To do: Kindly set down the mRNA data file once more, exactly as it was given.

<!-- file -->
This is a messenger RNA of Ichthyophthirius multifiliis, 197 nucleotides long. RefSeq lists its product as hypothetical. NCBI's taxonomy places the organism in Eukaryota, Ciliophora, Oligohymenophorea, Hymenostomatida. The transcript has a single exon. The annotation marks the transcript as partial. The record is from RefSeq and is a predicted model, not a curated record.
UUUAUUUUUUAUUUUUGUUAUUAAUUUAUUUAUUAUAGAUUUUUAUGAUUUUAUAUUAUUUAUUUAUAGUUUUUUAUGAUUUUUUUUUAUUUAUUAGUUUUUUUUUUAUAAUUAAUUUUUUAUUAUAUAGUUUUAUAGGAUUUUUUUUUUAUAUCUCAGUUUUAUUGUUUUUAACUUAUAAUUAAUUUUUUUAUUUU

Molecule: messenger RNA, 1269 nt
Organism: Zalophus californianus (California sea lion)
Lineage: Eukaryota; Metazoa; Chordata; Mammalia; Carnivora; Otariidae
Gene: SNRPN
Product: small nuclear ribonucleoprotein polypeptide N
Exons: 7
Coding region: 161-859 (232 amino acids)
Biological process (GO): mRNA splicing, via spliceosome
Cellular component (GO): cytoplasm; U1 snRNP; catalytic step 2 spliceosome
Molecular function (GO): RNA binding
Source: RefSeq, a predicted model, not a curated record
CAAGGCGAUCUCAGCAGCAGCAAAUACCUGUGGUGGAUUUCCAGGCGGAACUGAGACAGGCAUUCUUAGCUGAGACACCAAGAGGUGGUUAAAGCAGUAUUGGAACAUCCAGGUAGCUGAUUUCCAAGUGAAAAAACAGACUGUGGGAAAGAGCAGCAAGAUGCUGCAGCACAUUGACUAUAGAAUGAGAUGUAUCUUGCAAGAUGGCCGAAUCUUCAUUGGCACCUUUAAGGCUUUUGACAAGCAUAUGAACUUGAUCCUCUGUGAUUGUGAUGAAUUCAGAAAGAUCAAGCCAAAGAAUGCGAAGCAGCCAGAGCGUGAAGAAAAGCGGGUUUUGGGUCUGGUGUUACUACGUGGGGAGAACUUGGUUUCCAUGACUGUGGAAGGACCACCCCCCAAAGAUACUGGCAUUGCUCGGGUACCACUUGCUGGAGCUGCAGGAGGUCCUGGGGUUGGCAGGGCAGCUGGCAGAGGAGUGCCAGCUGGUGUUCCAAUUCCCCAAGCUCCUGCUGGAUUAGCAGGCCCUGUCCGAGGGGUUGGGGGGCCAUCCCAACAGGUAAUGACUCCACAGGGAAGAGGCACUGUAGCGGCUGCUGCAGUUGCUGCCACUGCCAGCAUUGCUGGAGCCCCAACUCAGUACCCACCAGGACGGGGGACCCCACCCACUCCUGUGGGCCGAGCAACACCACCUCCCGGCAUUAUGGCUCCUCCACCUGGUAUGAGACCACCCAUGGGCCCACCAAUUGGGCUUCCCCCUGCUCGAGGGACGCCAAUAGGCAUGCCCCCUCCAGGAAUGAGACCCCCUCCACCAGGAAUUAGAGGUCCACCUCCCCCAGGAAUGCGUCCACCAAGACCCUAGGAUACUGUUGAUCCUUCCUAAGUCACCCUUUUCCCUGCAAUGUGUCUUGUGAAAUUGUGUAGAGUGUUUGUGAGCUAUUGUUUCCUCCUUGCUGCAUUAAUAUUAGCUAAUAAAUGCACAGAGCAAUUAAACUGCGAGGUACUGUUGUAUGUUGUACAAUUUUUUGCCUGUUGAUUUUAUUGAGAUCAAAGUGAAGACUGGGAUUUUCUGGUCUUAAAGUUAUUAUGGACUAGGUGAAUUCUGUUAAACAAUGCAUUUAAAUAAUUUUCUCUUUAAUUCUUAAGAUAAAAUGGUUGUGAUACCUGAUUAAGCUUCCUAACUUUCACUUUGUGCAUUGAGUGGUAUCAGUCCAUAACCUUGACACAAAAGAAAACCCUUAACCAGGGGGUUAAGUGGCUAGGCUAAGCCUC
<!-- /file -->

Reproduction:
This is a messenger RNA of Ichthyophthirius multifiliis, 197 nucleotides long. RefSeq lists its product as hypothetical. NCBI's taxonomy places the organism in Eukaryota, Ciliophora, Oligohymenophorea, Hymenostomatida. The transcript has a single exon. The annotation marks the transcript as partial. The record is from RefSeq and is a predicted model, not a curated record.
UUUAUUUUUUAUUUUUGUUAUUAAUUUAUUUAUUAUAGAUUUUUAUGAUUUUAUAUUAUUUAUUUAUAGUUUUUUAUGAUUUUUUUUUAUUUAUUAGUUUUUUUUUUAUAAUUAAUUUUUUAUUAUAUAGUUUUAUAGGAUUUUUUUUUUAUAUCUCAGUUUUAUUGUUUUUAACUUAUAAUUAAUUUUUUUAUUUU

Molecule: messenger RNA, 1269 nt
Organism: Zalophus californianus (California sea lion)
Lineage: Eukaryota; Metazoa; Chordata; Mammalia; Carnivora; Otariidae
Gene: SNRPN
Product: small nuclear ribonucleoprotein polypeptide N
Exons: 7
Coding region: 161-859 (232 amino acids)
Biological process (GO): mRNA splicing, via spliceosome
Cellular component (GO): cytoplasm; U1 snRNP; catalytic step 2 spliceosome
Molecular function (GO): RNA binding
Source: RefSeq, a predicted model, not a curated record
CAAGGCGAUCUCAGCAGCAGCAAAUACCUGUGGUGGAUUUCCAGGCGGAACUGAGACAGGCAUUCUUAGCUGAGACACCAAGAGGUGGUUAAAGCAGUAUUGGAACAUCCAGGUAGCUGAUUUCCAAGUGAAAAAACAGACUGUGGGAAAGAGCAGCAAGAUGCUGCAGCACAUUGACUAUAGAAUGAGAUGUAUCUUGCAAGAUGGCCGAAUCUUCAUUGGCACCUUUAAGGCUUUUGACAAGCAUAUGAACUUGAUCCUCUGUGAUUGUGAUGAAUUCAGAAAGAUCAAGCCAAAGAAUGCGAAGCAGCCAGAGCGUGAAGAAAAGCGGGUUUUGGGUCUGGUGUUACUACGUGGGGAGAACUUGGUUUCCAUGACUGUGGAAGGACCACCCCCCAAAGAUACUGGCAUUGCUCGGGUACCACUUGCUGGAGCUGCAGGAGGUCCUGGGGUUGGCAGGGCAGCUGGCAGAGGAGUGCCAGCUGGUGUUCCAAUUCCCCAAGCUCCUGCUGGAUUAGCAGGCCCUGUCCGAGGGGUUGGGGGGCCAUCCCAACAGGUAAUGACUCCACAGGGAAGAGGCACUGUAGCGGCUGCUGCAGUUGCUGCCACUGCCAGCAUUGCUGGAGCCCCAACUCAGUACCCACCAGGACGGGGGACCCCACCCACUCCUGUGGGCCGAGCAACACCACCUCCCGGCAUUAUGGCUCCUCCACCUGGUAUGAGACCACCCAUGGGCCCACCAAUUGGGCUUCCCCCUGCUCGAGGGACGCCAAUAGGCAUGCCCCCUCCAGGAAUGAGACCCCCUCCACCAGGAAUUAGAGGUCCACCUCCCCCAGGAAUGCGUCCACCAAGACCCUAGGAUACUGUUGAUCCUUCCUAAGUCACCCUUUUCCCUGCAAUGUGUCUUGUGAAAUUGUGUAGAGUGUUUGUGAGCUAUUGUUUCCUCCUUGCUGCAUUAAUAUUAGCUAAUAAAUGCACAGAGCAAUUAAACUGCGAGGUACUGUUGUAUGUUGUACAAUUUUUUGCCUGUUGAUUUUAUUGAGAUCAAAGUGAAGACUGGGAUUUUCUGGUCUUAAAGUUAUUAUGGACUAGGUGAAUUCUGUUAAACAAUGCAUUUAAAUAAUUUUCUCUUUAAUUCUUAAGAUAAAAUGGUUGUGAUACCUGAUUAAGCUUCCUAACUUUCACUUUGUGCAUUGAGUGGUAUCAGUCCAUAACCUUGACACAAAAGAAAACCCUUAACCAGGGGGUUAAGUGGCUAGGCUAAGCCUC